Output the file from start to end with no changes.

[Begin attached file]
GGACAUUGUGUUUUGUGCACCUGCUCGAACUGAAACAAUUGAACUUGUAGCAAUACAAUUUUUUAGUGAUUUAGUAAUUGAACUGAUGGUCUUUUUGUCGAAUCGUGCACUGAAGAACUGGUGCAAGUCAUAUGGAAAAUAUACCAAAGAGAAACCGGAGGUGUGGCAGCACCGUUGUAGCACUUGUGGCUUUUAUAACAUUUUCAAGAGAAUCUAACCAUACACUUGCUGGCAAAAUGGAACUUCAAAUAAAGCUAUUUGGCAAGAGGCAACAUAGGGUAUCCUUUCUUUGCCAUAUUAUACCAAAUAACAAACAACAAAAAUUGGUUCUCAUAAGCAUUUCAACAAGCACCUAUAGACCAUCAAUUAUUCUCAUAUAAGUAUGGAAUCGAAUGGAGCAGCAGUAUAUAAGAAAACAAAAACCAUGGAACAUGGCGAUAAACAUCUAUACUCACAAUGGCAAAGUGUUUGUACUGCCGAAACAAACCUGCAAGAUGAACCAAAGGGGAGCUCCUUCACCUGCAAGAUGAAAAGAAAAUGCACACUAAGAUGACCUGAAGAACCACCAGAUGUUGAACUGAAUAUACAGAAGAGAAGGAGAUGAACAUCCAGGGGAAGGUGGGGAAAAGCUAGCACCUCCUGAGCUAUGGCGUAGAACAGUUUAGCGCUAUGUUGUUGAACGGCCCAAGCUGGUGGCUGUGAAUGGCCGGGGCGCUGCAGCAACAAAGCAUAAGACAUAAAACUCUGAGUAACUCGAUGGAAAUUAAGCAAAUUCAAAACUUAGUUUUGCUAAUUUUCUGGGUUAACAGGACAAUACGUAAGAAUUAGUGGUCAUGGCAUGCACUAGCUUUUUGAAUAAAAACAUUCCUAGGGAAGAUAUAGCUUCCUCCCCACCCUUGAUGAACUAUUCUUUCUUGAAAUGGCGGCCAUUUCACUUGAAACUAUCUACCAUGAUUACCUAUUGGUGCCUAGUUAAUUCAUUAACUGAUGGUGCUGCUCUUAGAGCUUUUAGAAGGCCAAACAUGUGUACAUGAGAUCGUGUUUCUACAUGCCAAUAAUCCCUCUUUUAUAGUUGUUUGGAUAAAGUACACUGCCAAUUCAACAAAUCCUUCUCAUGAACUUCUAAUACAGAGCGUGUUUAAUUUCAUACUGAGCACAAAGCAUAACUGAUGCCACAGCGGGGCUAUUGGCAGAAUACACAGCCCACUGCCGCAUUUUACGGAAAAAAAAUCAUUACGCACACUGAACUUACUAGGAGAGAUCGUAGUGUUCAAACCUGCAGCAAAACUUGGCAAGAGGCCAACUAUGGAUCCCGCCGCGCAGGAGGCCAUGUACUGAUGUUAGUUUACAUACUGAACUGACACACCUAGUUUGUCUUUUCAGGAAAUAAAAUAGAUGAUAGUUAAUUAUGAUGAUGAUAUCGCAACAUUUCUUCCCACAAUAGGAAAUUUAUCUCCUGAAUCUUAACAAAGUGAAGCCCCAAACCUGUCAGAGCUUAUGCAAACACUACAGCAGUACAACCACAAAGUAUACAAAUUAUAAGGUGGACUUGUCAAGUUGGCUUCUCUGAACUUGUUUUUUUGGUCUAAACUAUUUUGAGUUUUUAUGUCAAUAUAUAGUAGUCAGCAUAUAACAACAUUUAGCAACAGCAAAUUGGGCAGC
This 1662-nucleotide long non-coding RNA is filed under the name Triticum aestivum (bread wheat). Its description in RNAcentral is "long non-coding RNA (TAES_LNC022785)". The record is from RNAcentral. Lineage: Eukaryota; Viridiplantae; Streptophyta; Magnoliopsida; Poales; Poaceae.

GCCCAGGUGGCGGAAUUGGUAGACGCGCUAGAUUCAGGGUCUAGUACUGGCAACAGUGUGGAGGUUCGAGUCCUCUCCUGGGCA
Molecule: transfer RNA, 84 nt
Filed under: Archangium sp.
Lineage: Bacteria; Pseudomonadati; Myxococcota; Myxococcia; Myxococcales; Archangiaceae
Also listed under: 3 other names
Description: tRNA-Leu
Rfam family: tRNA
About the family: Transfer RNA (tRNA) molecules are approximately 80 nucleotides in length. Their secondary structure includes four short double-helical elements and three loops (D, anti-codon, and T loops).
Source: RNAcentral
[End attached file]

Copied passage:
GGACAUUGUGUUUUGUGCACCUGCUCGAACUGAAACAAUUGAACUUGUAGCAAUACAAUUUUUUAGUGAUUUAGUAAUUGAACUGAUGGUCUUUUUGUCGAAUCGUGCACUGAAGAACUGGUGCAAGUCAUAUGGAAAAUAUACCAAAGAGAAACCGGAGGUGUGGCAGCACCGUUGUAGCACUUGUGGCUUUUAUAACAUUUUCAAGAGAAUCUAACCAUACACUUGCUGGCAAAAUGGAACUUCAAAUAAAGCUAUUUGGCAAGAGGCAACAUAGGGUAUCCUUUCUUUGCCAUAUUAUACCAAAUAACAAACAACAAAAAUUGGUUCUCAUAAGCAUUUCAACAAGCACCUAUAGACCAUCAAUUAUUCUCAUAUAAGUAUGGAAUCGAAUGGAGCAGCAGUAUAUAAGAAAACAAAAACCAUGGAACAUGGCGAUAAACAUCUAUACUCACAAUGGCAAAGUGUUUGUACUGCCGAAACAAACCUGCAAGAUGAACCAAAGGGGAGCUCCUUCACCUGCAAGAUGAAAAGAAAAUGCACACUAAGAUGACCUGAAGAACCACCAGAUGUUGAACUGAAUAUACAGAAGAGAAGGAGAUGAACAUCCAGGGGAAGGUGGGGAAAAGCUAGCACCUCCUGAGCUAUGGCGUAGAACAGUUUAGCGCUAUGUUGUUGAACGGCCCAAGCUGGUGGCUGUGAAUGGCCGGGGCGCUGCAGCAACAAAGCAUAAGACAUAAAACUCUGAGUAACUCGAUGGAAAUUAAGCAAAUUCAAAACUUAGUUUUGCUAAUUUUCUGGGUUAACAGGACAAUACGUAAGAAUUAGUGGUCAUGGCAUGCACUAGCUUUUUGAAUAAAAACAUUCCUAGGGAAGAUAUAGCUUCCUCCCCACCCUUGAUGAACUAUUCUUUCUUGAAAUGGCGGCCAUUUCACUUGAAACUAUCUACCAUGAUUACCUAUUGGUGCCUAGUUAAUUCAUUAACUGAUGGUGCUGCUCUUAGAGCUUUUAGAAGGCCAAACAUGUGUACAUGAGAUCGUGUUUCUACAUGCCAAUAAUCCCUCUUUUAUAGUUGUUUGGAUAAAGUACACUGCCAAUUCAACAAAUCCUUCUCAUGAACUUCUAAUACAGAGCGUGUUUAAUUUCAUACUGAGCACAAAGCAUAACUGAUGCCACAGCGGGGCUAUUGGCAGAAUACACAGCCCACUGCCGCAUUUUACGGAAAAAAAAUCAUUACGCACACUGAACUUACUAGGAGAGAUCGUAGUGUUCAAACCUGCAGCAAAACUUGGCAAGAGGCCAACUAUGGAUCCCGCCGCGCAGGAGGCCAUGUACUGAUGUUAGUUUACAUACUGAACUGACACACCUAGUUUGUCUUUUCAGGAAAUAAAAUAGAUGAUAGUUAAUUAUGAUGAUGAUAUCGCAACAUUUCUUCCCACAAUAGGAAAUUUAUCUCCUGAAUCUUAACAAAGUGAAGCCCCAAACCUGUCAGAGCUUAUGCAAACACUACAGCAGUACAACCACAAAGUAUACAAAUUAUAAGGUGGACUUGUCAAGUUGGCUUCUCUGAACUUGUUUUUUUGGUCUAAACUAUUUUGAGUUUUUAUGUCAAUAUAUAGUAGUCAGCAUAUAACAACAUUUAGCAACAGCAAAUUGGGCAGC
This 1662-nucleotide long non-coding RNA is filed under the name Triticum aestivum (bread wheat). Its description in RNAcentral is "long non-coding RNA (TAES_LNC022785)". The record is from RNAcentral. Lineage: Eukaryota; Viridiplantae; Streptophyta; Magnoliopsida; Poales; Poaceae.

GCCCAGGUGGCGGAAUUGGUAGACGCGCUAGAUUCAGGGUCUAGUACUGGCAACAGUGUGGAGGUUCGAGUCCUCUCCUGGGCA
Molecule: transfer RNA, 84 nt
Filed under: Archangium sp.
Lineage: Bacteria; Pseudomonadati; Myxococcota; Myxococcia; Myxococcales; Archangiaceae
Also listed under: 3 other names
Description: tRNA-Leu
Rfam family: tRNA
About the family: Transfer RNA (tRNA) molecules are approximately 80 nucleotides in length. Their secondary structure includes four short double-helical elements and three loops (D, anti-codon, and T loops).
Source: RNAcentral